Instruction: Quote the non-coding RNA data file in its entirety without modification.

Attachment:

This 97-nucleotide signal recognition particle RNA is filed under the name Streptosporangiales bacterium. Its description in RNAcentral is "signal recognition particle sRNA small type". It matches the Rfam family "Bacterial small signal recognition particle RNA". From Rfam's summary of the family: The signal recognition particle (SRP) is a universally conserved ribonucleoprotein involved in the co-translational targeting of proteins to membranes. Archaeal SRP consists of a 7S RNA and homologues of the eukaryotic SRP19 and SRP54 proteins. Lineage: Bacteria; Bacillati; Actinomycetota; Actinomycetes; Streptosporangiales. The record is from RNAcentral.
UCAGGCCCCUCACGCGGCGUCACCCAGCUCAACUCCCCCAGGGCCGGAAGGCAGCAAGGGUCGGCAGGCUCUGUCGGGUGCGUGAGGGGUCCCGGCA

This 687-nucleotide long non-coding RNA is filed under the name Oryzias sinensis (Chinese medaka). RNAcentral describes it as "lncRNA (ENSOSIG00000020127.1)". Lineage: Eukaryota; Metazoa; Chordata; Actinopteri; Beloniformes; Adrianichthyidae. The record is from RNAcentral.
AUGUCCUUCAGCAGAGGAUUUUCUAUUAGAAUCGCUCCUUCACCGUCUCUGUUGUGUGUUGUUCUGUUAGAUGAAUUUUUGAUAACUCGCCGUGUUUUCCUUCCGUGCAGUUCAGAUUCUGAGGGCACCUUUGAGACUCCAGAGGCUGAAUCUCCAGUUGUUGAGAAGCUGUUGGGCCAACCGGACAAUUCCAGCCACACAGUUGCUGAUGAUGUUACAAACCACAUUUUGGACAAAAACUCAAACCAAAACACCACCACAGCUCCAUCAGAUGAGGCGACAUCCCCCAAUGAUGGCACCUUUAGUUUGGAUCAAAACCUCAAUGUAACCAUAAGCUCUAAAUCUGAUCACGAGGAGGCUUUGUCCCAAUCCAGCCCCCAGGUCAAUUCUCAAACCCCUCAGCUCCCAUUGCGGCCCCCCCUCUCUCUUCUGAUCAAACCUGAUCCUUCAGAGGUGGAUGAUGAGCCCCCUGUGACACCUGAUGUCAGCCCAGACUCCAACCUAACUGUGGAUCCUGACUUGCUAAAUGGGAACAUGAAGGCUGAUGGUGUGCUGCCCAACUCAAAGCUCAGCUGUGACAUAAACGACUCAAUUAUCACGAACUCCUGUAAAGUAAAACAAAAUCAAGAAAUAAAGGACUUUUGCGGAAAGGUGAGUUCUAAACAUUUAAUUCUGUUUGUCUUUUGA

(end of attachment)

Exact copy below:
This 97-nucleotide signal recognition particle RNA is filed under the name Streptosporangiales bacterium. Its description in RNAcentral is "signal recognition particle sRNA small type". It matches the Rfam family "Bacterial small signal recognition particle RNA". From Rfam's summary of the family: The signal recognition particle (SRP) is a universally conserved ribonucleoprotein involved in the co-translational targeting of proteins to membranes. Archaeal SRP consists of a 7S RNA and homologues of the eukaryotic SRP19 and SRP54 proteins. Lineage: Bacteria; Bacillati; Actinomycetota; Actinomycetes; Streptosporangiales. The record is from RNAcentral.
UCAGGCCCCUCACGCGGCGUCACCCAGCUCAACUCCCCCAGGGCCGGAAGGCAGCAAGGGUCGGCAGGCUCUGUCGGGUGCGUGAGGGGUCCCGGCA

This 687-nucleotide long non-coding RNA is filed under the name Oryzias sinensis (Chinese medaka). RNAcentral describes it as "lncRNA (ENSOSIG00000020127.1)". Lineage: Eukaryota; Metazoa; Chordata; Actinopteri; Beloniformes; Adrianichthyidae. The record is from RNAcentral.
AUGUCCUUCAGCAGAGGAUUUUCUAUUAGAAUCGCUCCUUCACCGUCUCUGUUGUGUGUUGUUCUGUUAGAUGAAUUUUUGAUAACUCGCCGUGUUUUCCUUCCGUGCAGUUCAGAUUCUGAGGGCACCUUUGAGACUCCAGAGGCUGAAUCUCCAGUUGUUGAGAAGCUGUUGGGCCAACCGGACAAUUCCAGCCACACAGUUGCUGAUGAUGUUACAAACCACAUUUUGGACAAAAACUCAAACCAAAACACCACCACAGCUCCAUCAGAUGAGGCGACAUCCCCCAAUGAUGGCACCUUUAGUUUGGAUCAAAACCUCAAUGUAACCAUAAGCUCUAAAUCUGAUCACGAGGAGGCUUUGUCCCAAUCCAGCCCCCAGGUCAAUUCUCAAACCCCUCAGCUCCCAUUGCGGCCCCCCCUCUCUCUUCUGAUCAAACCUGAUCCUUCAGAGGUGGAUGAUGAGCCCCCUGUGACACCUGAUGUCAGCCCAGACUCCAACCUAACUGUGGAUCCUGACUUGCUAAAUGGGAACAUGAAGGCUGAUGGUGUGCUGCCCAACUCAAAGCUCAGCUGUGACAUAAACGACUCAAUUAUCACGAACUCCUGUAAAGUAAAACAAAAUCAAGAAAUAAAGGACUUUUGCGGAAAGGUGAGUUCUAAACAUUUAAUUCUGUUUGUCUUUUGA